Say, there’s this button. When someone tells me to not push the button, I’d fidget for a while and put up a fight with temptation. But the fight will be short, and I will slowly inch my way towards the button, and then slam it.
That button would be Mizuki – the uber-ginomo-super-star ramen joint that was suppose to intensify the competition in the area. It was suppose to seat a hundred people, and the ramen was produced by some celebrity noodle master that all the foodies worshipped. Everybody believed the hype and couldn’t wait for the place to open.
Mizuki was slated to open in September of 2009, but the opening kept getting pushed back, and employment ads cycled through local Japanese newspapers endlessly. That’s never a good thing, and I started to doubt the whole concept.
When Mizuki finally opened, the negative reviews kept pouring into the internet, from Yelpers and bloggers alike. Most of the negative reviews stated that the noodles fell flat, and that the prices were ridiculous. I’d hear bad things about Mizuki from my customers during sales runs. One prominent, respectable blogger even emailed me to tell me that Mizuki was no good.
So I avoided Mizuki like the plague. Until one of my friends told me, EFF the bloggers, Mizuki’s Tonkotsu is pretty good. This friend of ours, we have similar palates and we eat out together all the time. So I decided to put a little faith in him and visited the restaurant on a Thursday night.
What Yelp and blogs can do to a restaurant is scary. 7 PM on a Thursday night, while the CPK and Ruth Chris’s in the same shopping center was packed to the gills, Mizuki was dead empty. Just a few regulars, it seemed; a Japanese salaryman enjoying his draft beer, an older couple watching the World Cup broadcast on the TV while slurping their orders, and that was it.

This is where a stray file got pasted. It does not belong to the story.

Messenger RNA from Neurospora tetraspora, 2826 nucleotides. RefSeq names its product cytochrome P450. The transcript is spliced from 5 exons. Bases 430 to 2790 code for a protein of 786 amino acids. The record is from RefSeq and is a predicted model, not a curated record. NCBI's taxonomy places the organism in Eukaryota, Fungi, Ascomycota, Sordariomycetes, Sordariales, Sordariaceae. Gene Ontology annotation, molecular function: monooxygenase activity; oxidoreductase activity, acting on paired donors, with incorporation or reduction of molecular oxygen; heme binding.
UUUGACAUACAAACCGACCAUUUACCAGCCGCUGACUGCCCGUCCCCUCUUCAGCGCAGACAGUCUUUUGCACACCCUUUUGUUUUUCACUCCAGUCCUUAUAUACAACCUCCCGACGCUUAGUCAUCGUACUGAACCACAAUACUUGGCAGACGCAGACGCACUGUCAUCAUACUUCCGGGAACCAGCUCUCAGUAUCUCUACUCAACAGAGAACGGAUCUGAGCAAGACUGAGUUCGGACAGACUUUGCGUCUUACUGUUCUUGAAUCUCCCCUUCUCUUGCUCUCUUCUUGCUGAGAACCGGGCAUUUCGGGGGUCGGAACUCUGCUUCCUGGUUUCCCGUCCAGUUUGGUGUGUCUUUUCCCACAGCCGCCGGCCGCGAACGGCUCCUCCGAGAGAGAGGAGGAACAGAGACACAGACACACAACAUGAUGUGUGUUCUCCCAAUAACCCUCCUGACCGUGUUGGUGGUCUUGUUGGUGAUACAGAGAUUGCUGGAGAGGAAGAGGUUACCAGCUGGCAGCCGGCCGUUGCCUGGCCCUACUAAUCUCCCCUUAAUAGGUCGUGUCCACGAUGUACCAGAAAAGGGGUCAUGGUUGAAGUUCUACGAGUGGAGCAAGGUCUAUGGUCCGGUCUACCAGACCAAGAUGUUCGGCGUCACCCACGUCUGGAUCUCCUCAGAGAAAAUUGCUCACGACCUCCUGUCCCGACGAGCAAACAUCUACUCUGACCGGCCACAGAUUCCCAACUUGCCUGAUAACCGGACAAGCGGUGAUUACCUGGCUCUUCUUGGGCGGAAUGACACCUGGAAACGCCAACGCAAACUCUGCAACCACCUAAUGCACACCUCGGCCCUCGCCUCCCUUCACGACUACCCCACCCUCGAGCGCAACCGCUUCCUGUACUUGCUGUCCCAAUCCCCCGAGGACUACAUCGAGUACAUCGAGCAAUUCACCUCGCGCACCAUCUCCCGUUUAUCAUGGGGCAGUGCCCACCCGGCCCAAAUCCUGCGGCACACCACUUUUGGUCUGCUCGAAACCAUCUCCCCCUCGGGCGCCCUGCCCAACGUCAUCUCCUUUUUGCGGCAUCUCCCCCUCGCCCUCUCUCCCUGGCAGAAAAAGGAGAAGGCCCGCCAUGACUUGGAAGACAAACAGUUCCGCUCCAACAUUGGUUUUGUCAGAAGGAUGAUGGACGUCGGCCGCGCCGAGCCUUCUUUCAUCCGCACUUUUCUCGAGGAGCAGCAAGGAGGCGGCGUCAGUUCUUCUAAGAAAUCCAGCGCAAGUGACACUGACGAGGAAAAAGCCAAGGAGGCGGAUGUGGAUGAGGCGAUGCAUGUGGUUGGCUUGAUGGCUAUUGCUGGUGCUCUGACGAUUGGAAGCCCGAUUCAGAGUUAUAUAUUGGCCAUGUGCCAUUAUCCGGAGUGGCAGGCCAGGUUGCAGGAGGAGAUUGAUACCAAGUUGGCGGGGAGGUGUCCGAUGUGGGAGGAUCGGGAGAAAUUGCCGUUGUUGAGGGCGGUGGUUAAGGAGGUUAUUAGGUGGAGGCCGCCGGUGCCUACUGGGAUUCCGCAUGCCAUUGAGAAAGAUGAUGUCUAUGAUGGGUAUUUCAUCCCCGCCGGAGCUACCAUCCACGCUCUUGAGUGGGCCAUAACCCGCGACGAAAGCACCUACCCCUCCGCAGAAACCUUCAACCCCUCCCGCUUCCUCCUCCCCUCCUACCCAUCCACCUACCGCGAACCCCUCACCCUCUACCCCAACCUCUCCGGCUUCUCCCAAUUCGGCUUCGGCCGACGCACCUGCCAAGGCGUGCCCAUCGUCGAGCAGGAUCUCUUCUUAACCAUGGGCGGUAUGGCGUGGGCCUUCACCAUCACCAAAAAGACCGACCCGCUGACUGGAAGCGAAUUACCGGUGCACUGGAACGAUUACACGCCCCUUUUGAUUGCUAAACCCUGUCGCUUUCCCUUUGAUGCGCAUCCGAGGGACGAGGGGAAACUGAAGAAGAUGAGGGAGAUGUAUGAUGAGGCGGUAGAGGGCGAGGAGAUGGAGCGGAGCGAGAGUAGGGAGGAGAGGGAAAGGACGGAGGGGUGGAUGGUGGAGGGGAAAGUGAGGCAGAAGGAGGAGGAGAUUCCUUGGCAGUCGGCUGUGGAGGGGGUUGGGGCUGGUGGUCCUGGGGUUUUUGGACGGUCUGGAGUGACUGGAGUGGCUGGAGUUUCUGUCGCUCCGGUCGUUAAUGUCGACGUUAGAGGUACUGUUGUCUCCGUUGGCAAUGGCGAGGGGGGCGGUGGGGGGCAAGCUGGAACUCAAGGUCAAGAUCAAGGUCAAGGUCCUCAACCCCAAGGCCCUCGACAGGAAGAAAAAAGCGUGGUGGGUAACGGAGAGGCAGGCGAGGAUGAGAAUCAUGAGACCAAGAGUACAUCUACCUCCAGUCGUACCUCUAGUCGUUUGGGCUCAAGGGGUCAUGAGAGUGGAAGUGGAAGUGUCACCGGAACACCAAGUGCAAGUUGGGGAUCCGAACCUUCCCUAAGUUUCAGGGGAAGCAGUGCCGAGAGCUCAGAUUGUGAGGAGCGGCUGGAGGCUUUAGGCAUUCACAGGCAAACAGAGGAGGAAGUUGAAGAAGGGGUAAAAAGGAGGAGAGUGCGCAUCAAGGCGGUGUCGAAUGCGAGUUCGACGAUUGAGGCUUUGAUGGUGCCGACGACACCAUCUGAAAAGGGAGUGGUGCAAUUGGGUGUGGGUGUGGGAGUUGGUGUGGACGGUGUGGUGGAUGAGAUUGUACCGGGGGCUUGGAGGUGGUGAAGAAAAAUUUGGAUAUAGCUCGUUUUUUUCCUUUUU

Mizuki’s interior is very pretty and slick, dark with spot lights, modern but dotted with traditional elements – this is not the kind of ramen joint that you’ll stumble into after a night of drunken adventures. We were given a beautiful leather bound menu and after perusing their long menu, we placed our orders.
We started our dinner with some draft beer (3.75) and some fried rice. The small Mizuki fried rice (3.5) comes in a soup mug, and is full of shredded charsiu pork and vegetable sprinkles. It’s good, but a little heavy.
Don ordered the basic Tonkotsu Ramen (8.75), which comes in a very pretty bowl. The noodles are thin and straight, but with a firm bite to it. The soup is a bit on the salty side and mildly rich. The charsiu is okay, nothing stellar – overall, it’s an enjoyable bowl of ramen.
I had the Negi Ramen (12.75), to which I can’t understand how a bowl of basic ramen with extra scallions can jump up in price so drastically. Those onions better be laced with gold or something. But then again, they also charge almost 5 bucks for 2 extra slices of charsiu. The noodles are thick, unlike the Tonkotsu, and had very scant amounts of shredded charsiu in it. The soup is very light on oil and rich on flavor, which I appreciate in shoyu ramen. It’s good, but for the price, very meh.
To finish the meal, we had an order of the panna cotta (5.50). It’s good, but a bit too soft for my taste.
Ramen is such a hairy subject for foodies – no one can really agree on the “best” bowl because everybody has different preferences. Mizuki deals well with this, by making an enjoyable bowl to fit most palates – it’s just the price that makes the experience go down the shitter.
Would I come back? Maaaaaaaaaaaaaaybe, if I was drunk enough to shell out so many bones for noodle soup. After all, Mizuki is one of the few that are open till midnight.
But then again, there are SO many options in the area when it comes to ramen. So many. And while most have their distinct charm (Kohryu has the best runny eggs, Kairakutei is the best bang for your buck, and Mentatsu’s mapo tofu ramen will jolt any drunk back into sobriety), Mizuki has none.
Mizuki Japanese Cuisine & Noodles
2981 Michelson Dr. Ste. E (next to Sports Chalet)